Invited speakers

Pierre Alquier
Theoretical Guarantees for Approximate Bayesian Inference

While Bayesian methods are extremely popular in statistics and machine learning, their application to massive datasets is often challenging, when possible at all. Indeed, the classical MCMC algorithms targeting the exact posterior are prohibitively slow when both the model dimension and the sample size are large or when the likelihood is not tractable. Fast algorithms were proposed, at the price of targeting approximations of the posterior. In this talk, I will discuss two approaches. The first approach is an approximate Metropolis-Hastings algorithm (MH). In MH, a simulation from the transition kernel P requires a computation of the likelihood that might be expensive. We propose an approximation Q of P leading to a fast algorithm. We control explicity the total variation distance (TV) between the posterior and the distribution of the simulations. This algorithm was proposed in Alquier, Friel, Everitt and Boland (Statistics and Computing, 2016) under the name "Noisy-MCMC". I will also mention recent results by Rudolf and Schweizer (2018) who relaxed the assumptions of our results by using the Wasserstein distance instead of TV. The second approach is Variational Bayesian inference (VB). VB aims at approximating the posterior by a distribution in a tractable family. Thus, MCMC are replaced by an optimization algorithm which is orders of magnitude faster. VB methods have been applied in such computationally demanding applications as including collaborative filtering, NLP and text processing... However, despite nice results in practice, the theoretical properties of these approximations are usually not known. I will present conditions ensuring the asymptotic concentration of the variational approximation of the posterior around the true parameter. These results are taken from our recent works: Alquier and Ridgway (2017) and Chérief-Abdellatif and Alquier (2018).

Dömötör Pálvölgyi
(Eötvös Loránd University)
News about the chromatic number of the plane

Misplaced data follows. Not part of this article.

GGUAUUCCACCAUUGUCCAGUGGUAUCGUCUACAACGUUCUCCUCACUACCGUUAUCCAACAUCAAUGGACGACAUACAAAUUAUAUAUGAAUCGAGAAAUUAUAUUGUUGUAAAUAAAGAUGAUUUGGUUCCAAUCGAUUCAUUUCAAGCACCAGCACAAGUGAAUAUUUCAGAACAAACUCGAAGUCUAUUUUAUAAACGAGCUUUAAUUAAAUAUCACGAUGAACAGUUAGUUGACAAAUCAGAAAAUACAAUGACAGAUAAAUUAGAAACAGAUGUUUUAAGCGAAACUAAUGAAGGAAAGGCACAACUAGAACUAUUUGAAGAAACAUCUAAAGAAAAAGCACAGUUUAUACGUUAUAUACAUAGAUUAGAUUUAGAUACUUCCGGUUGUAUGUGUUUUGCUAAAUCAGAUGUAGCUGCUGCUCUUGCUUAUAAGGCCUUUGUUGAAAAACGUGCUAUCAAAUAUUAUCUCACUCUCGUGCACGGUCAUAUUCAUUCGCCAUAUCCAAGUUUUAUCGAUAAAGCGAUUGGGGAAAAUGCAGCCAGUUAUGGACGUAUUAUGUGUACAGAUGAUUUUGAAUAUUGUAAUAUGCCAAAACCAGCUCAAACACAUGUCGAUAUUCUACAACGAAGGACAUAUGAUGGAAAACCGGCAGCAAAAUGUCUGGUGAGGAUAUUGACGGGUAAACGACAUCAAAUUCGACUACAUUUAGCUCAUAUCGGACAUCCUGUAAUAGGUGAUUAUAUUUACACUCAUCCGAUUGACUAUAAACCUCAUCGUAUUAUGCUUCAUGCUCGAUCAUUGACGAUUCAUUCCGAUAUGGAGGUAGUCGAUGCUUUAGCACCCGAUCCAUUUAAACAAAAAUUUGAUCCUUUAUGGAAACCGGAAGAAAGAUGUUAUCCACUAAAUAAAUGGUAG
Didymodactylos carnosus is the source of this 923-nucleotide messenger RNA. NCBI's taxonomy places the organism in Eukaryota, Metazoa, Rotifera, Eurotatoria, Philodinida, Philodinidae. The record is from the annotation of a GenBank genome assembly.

At least how many colors do we need to color all the points of the plane such that every pair of points at unit distance receive different colors? This question is known as the Hadwiger-Nelson problem and until one year ago it was only known that 4 colors are needed and 7 are enough. Then in April 2018 gerontologist de Grey showed in a breakthrough result that 4 colors are not enough. His proof was computer assisted, and a collaborative Polymath project was started to find a human-verifiable proof. I will give a short introduction to the classical results, then talk about the current ongoing research with plenty of open problems.

Schedule (provisional)

9h30-11hPierre Alquier
11h30-13hDömötör Pálvölgyi


As long as there is available space, inscription is free, but obligatory. Please subscribe to this workshop by sending an email to Monika Csikos.

Monika Csikos and Nabil H. Mustafa (LIGM, ESIEE Paris). The workshop is supported by ANR grant SAGA.


CouprieMichelESIEE / LIGM
CoustyJeanESIEE / LIGM
KenmochiYukikoCNRS / LIGM
CsikosMonika LIGM, ESIEE Paris
MeunierFrédéricEcole des Ponts ParisTech
MustafaNabil H. LIGM, ESIEE Paris
BiswasRanitaInstitute of Science and Technology, Austria
MelnikovaAleksandraMasaryk University, Czech Republic
NormandNicolasLS2N/Université de Nantes
KrzysztofCiesielskiWVU and MIPG, UPenn
ComicLidijaUniversity of Novi Sad
BataviaDarshanTU Wien
TóthCsaba D.California State University Northridge
SongHaominUniversity of Liverpool
NagyBenedekEastern Mediterranean University
FrosiniAndreaUniversità di Firenze
JiménezMaría JoséUniversidad de Sevilla